Spinacia oleracea The Northwest's favorable conditions for spinach production allow us to focus our selection criteria on flavor, vigor, and bolt and disease resistance. The highest-protein vegetable, leafy spinach greens boast an unmatched, synergistic complement of vitamins, minerals, flavonoids and carotenoids that when combined, protect eyesight, help prevent the buildup of cholesterol, and target cancer-causing free radicals.
Days to maturity are calculated from date of direct seeding.
• Optimum soil pH range is 6.5-7.5
• Spinach grows best during cooler weather of early spring and fall
• Soil temperature above 80°F can cause erratic germination
• Bolting is caused by rising temperatures, day length and water stress; see specific varieties for bolt resistance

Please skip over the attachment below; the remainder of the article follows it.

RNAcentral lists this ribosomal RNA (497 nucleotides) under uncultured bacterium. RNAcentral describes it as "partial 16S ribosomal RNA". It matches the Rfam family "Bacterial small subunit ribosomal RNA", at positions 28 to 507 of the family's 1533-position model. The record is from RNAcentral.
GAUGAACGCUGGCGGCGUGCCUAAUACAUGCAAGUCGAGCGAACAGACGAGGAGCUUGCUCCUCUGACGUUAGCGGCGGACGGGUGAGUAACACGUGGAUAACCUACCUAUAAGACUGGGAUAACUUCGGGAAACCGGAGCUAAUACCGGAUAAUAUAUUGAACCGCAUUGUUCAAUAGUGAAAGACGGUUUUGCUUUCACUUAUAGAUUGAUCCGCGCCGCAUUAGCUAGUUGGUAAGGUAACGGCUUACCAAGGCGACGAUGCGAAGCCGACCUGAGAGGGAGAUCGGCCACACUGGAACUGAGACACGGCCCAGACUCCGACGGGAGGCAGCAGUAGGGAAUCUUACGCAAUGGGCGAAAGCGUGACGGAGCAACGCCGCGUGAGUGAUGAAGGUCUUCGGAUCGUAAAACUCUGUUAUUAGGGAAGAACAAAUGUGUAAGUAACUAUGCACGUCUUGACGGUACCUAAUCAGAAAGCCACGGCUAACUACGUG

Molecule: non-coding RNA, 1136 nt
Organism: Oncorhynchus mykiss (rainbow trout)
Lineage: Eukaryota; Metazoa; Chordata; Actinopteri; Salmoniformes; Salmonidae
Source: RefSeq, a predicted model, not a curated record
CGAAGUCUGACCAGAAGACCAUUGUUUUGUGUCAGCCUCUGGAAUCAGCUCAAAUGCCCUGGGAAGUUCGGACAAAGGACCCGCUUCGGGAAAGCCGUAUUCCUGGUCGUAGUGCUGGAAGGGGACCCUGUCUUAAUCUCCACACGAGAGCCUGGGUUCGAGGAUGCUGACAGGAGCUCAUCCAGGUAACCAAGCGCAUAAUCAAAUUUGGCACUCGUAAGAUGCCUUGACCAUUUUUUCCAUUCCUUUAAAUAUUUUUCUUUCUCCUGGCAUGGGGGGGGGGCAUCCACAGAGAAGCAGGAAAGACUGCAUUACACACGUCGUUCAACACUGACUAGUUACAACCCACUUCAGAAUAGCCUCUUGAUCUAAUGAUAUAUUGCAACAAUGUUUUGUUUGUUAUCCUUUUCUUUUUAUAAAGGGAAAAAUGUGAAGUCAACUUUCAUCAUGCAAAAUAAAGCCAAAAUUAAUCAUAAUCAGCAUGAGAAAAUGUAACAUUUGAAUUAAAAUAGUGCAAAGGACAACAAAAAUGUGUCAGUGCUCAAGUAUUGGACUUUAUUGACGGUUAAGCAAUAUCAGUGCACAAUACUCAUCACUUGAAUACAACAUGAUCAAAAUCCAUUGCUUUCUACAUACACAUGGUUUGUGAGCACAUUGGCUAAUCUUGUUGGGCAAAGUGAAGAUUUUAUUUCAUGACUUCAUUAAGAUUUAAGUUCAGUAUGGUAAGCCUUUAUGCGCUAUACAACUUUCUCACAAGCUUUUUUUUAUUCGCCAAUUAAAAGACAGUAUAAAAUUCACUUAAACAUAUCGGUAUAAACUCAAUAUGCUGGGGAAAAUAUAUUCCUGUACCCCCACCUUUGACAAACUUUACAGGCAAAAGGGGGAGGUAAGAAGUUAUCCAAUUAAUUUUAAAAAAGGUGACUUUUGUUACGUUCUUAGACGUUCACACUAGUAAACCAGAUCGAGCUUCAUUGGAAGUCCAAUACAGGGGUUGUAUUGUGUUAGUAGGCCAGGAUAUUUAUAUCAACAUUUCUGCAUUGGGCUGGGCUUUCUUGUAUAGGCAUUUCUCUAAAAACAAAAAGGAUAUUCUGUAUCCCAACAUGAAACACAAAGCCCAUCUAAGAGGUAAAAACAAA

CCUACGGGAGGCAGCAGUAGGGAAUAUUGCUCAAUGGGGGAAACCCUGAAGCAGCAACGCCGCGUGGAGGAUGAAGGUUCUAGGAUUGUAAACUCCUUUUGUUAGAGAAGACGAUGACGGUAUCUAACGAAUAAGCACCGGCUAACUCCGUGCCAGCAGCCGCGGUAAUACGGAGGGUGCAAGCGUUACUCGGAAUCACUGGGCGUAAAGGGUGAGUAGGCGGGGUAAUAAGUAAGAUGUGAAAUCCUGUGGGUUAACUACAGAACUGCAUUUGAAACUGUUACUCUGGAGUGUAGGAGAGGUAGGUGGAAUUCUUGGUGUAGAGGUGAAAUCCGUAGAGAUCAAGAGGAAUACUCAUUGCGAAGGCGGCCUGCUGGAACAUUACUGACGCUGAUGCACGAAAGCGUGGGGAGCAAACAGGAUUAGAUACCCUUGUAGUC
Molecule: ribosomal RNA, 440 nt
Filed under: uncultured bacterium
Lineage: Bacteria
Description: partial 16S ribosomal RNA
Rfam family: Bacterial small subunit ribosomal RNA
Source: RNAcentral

• Apply 1/2 cup of TSC's Complete fertilizer per 5 row feet, and 1 inch of compost
• For baby spinach sow 20-25 seeds per foot in a 2 inch wide furrow, in rows 6 inches apart, thin to 1 inch
• Sow July—August for a fall crop
• Sow late-August for an overwintering crop
Insects & Diseases
• Common insects: Spinach leaf miners
• Insect control: Use row covers, spray eggs on underside of leaves with Pyrethrin or destroy any affected leaves and keep the surrounding area weeded
• Common diseases: See chart below
• Disease prevention: Plant in fertile soil and use a 3-4 year crop rotation
Harvest & Storage
• For baby greens, harvest at 3-4 inches
• Individual leaves may be harvested anytime
• Store at 36°F and 95% relative humidity
KEY TO SPINACH DISEASE RESISTANCE AND TOLERANCE
HR indicates high resistance.
IR indicates intermediate resistance.
BM | Blue Mold
CMV | Cucumber Mosaic Virus
DM* | Downy Mildew
LM | Leaf Mold
WR | White Rust
* Numbers indicate specific disease race.